From a Black and White to a Technicolor View of Gender: A Discussion on Gender Identity and Gender Variance
FROM A BLACK AND WHITE
TO A TECHNICOLOR
VIEW OF GENDER:
A DISCUSSION ON GENDER
IDENTITY AND GENDER
By Aimee Beardslee
TOPICS OF DISCUSSION
Let‟s talk about sex…versus gender
What does “Intersex” mean? (It‟s more common than you think!)
What does “Transgender” mean?
Hormone Therapy & Sex Reassignment Surgery
Gender Development Theories
Gender Variance Across Cultures
Gender identity development in childhood and adolescence
DSM-IV Diagnostic Criteria for Gender Identity Disorder &
Proposed Criteria for DSM-V
Why is studying gender identity and gender variance important?
SEX VS. GENDER…
SEX: a term that typically describes an individual‟s
anatomical structure. “Biology”
GENDER: a term that describes an imposed or adopted
social and psychological condition. “Culture/Society”
GENDER ROLE: a term that describes the patterns of
behavior that are learned or “acted” based on one‟s
*Gender role scripts, rules, and expectations vary across
cultures…but more on that later!
GENDER, AND EVEN SEX, ARE NOT
Not everyone is born either “male” or “female”.
Although one‟s sex and gender are expected to be congruent,
not everyone grows up feeling that the two “match”.
Historically, the concepts of masculinity and femininity have
changed, and how they are defined varies across cultures.
There are many cultures that accept the existence of more
than two genders-and have for centuries!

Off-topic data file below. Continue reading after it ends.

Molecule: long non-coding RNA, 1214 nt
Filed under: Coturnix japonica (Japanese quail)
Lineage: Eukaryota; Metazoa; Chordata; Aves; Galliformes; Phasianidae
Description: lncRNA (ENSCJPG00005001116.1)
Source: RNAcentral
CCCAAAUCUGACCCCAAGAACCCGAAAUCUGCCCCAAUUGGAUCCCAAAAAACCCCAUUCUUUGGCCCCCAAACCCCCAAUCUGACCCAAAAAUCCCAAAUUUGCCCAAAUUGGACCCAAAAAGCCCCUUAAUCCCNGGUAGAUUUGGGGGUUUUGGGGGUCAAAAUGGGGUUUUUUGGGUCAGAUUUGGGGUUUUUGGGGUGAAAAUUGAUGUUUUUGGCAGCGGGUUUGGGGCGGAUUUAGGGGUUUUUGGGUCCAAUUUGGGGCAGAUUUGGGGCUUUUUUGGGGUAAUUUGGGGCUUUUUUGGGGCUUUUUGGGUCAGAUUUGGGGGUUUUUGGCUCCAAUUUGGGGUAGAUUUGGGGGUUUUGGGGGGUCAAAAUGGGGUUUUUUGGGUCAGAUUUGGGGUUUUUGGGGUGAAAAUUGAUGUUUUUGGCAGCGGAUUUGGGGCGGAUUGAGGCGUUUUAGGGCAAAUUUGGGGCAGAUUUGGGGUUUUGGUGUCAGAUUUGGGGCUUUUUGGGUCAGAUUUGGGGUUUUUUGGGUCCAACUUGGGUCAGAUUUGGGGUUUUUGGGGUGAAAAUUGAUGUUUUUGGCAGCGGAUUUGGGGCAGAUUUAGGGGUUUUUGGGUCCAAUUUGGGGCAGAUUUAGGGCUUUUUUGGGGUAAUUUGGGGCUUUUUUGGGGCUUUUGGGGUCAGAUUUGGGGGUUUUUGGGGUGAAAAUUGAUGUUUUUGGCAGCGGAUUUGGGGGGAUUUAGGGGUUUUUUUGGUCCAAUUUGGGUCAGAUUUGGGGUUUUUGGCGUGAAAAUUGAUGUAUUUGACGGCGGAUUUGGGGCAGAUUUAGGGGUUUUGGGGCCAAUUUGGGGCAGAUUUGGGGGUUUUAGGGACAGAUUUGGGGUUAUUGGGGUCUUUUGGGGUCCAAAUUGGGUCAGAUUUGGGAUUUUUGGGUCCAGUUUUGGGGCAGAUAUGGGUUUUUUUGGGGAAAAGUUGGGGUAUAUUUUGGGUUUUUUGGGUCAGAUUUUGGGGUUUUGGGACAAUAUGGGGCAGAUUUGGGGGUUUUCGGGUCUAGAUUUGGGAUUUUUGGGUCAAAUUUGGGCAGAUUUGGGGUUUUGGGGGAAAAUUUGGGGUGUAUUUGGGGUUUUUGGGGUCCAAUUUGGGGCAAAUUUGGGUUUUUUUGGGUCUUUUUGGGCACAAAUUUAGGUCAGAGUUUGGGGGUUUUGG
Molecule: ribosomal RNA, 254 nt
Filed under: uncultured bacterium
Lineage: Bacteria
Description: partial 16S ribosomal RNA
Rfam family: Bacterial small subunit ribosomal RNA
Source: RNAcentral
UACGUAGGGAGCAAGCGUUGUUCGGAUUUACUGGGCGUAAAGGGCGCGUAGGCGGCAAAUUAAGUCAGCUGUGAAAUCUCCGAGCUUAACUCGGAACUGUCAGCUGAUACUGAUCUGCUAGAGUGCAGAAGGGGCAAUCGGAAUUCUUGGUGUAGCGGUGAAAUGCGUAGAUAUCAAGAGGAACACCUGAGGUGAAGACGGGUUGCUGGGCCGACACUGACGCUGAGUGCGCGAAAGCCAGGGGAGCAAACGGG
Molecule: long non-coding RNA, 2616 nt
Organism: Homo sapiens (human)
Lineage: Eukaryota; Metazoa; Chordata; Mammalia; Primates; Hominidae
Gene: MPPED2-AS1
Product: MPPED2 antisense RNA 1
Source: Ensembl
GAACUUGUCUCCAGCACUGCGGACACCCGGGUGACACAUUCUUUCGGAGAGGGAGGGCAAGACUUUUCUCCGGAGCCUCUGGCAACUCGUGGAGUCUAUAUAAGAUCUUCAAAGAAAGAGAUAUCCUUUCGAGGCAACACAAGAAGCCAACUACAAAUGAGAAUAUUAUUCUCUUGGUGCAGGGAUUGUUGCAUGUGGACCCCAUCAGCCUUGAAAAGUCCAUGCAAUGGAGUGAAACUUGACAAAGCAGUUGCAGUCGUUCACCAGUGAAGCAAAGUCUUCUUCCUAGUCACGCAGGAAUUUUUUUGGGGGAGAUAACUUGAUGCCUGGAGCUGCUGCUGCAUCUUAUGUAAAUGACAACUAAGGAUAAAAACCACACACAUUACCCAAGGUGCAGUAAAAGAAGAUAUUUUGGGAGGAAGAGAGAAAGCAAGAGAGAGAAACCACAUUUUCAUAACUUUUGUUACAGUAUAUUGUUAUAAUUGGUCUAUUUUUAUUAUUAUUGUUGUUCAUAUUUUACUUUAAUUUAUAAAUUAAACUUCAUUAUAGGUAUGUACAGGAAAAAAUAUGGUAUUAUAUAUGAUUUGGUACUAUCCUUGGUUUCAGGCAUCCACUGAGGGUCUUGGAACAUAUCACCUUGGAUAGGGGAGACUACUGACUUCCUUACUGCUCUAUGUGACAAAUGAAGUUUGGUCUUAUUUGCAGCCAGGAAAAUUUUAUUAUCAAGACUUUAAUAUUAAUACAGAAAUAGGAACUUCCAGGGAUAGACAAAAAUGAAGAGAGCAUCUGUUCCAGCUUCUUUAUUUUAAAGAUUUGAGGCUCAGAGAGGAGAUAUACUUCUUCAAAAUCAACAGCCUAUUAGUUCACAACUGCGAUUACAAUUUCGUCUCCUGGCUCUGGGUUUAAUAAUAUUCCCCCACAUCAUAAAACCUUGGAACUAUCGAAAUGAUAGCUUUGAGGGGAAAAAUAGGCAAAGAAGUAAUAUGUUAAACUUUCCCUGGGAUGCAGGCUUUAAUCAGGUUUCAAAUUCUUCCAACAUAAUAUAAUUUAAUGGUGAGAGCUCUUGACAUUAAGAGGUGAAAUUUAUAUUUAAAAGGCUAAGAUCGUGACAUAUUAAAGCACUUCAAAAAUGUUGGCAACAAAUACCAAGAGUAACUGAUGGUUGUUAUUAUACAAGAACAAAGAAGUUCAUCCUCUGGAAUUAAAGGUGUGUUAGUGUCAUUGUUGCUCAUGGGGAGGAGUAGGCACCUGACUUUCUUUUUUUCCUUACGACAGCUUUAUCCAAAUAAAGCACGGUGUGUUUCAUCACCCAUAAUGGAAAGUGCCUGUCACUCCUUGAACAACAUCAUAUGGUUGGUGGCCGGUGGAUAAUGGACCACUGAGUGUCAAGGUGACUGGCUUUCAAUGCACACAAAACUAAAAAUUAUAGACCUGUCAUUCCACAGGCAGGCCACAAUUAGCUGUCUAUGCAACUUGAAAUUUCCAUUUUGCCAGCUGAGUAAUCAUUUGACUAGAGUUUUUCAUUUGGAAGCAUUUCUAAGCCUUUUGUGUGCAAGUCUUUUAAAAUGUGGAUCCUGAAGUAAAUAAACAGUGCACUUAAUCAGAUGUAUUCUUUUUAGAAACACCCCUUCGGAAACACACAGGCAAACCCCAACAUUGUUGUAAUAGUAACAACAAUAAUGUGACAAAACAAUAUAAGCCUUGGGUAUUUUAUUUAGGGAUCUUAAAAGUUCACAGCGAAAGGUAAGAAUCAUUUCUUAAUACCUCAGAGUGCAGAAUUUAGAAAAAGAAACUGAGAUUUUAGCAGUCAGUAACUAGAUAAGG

Gender and sexual orientation are NOT the same. Gender
variance should not be conflated with homosexuality.
WHAT DOES “INTERSEX” MEAN?
An intersex person is “born with external
genitalia, chromosomes, or internal reproductive
systems that are not traditionally associated with
either a „standard‟ male or female” (NCTE, 2009).
Medical experts state that 1 in 1,500 to 1 in 2,000
infants are born with “noticeably atypical” genitalia
However, the actual number is likely to be
significantly higher, because many variations do not
show up until later in life (and some may never be
noticed! ISNA, 2008).
HOW COMMON IS INTERSEX? (FROM ISNA)
Not XX and not XY one in 1,666 births
Klinefelter (XXY) one in 1,000 births
Androgen insensitivity syndrome one in 13,000 births
Partial androgen insensitivity
one in 130,000 births
Classical congenital adrenal
one in 13,000 births
Late onset adrenal hyperplasia one in 66 individuals
Vaginal agenesis one in 6,000 births
Ovotestes one in 83,000 births
Idiopathic (no discernable medical
one in 110,000 births
HOW COMMON IS INTERSEX?
Iatrogenic (caused by medical treatment,
for instance progestin administered to no estimate
5 alpha reductase deficiency no estimate
Mixed gonadal dysgenesis no estimate
Complete gonadal dysgenesis one in 150,000 births
Hypospadias (urethral opening in
one in 2,000 births
perineum or along penile shaft)
Hypospadias (urethral opening between
one in 770 births
corona and tip of glans penis)
Total number of people whose bodies
one in 100 births
differ from standard male or female
Total number of people receiving surgery
one or two in 1,000 births
to “normalize” genital appearance
WHAT DOES “TRANSGENDER”
“An umbrella term for people whose gender
identity, expression, or behavior is different from
those typically associated with their assigned sex at
birth, including but not limited to transexuals, cross-
dressers, androgynous people, genderqueers, and
gender non-conforming people. Transgender is a
broad term and is good for non-transgender people
to use. „Trans‟ is shorthand for „transgender‟”
Prevalence of transgenderism varies widely, from 1
in 30,000…to 1 in 5,000…to 1 in 500 (Pleak, 2009).
Transgender man or “transman”: individual born
biologically female who identifies as male. Also
referred to as “FTM” (female-to-male)
Transgender woman or “transwoman”: individual
born biologically male who identifies as female.
Also referred to as “MTF” (male-to-female)
TRANSGENDER HORMONE THERAPY
Many transgender individuals undergo hormone therapy
to develop secondary sexual characteristics.
Transwomen receive estrogen, and transmen receive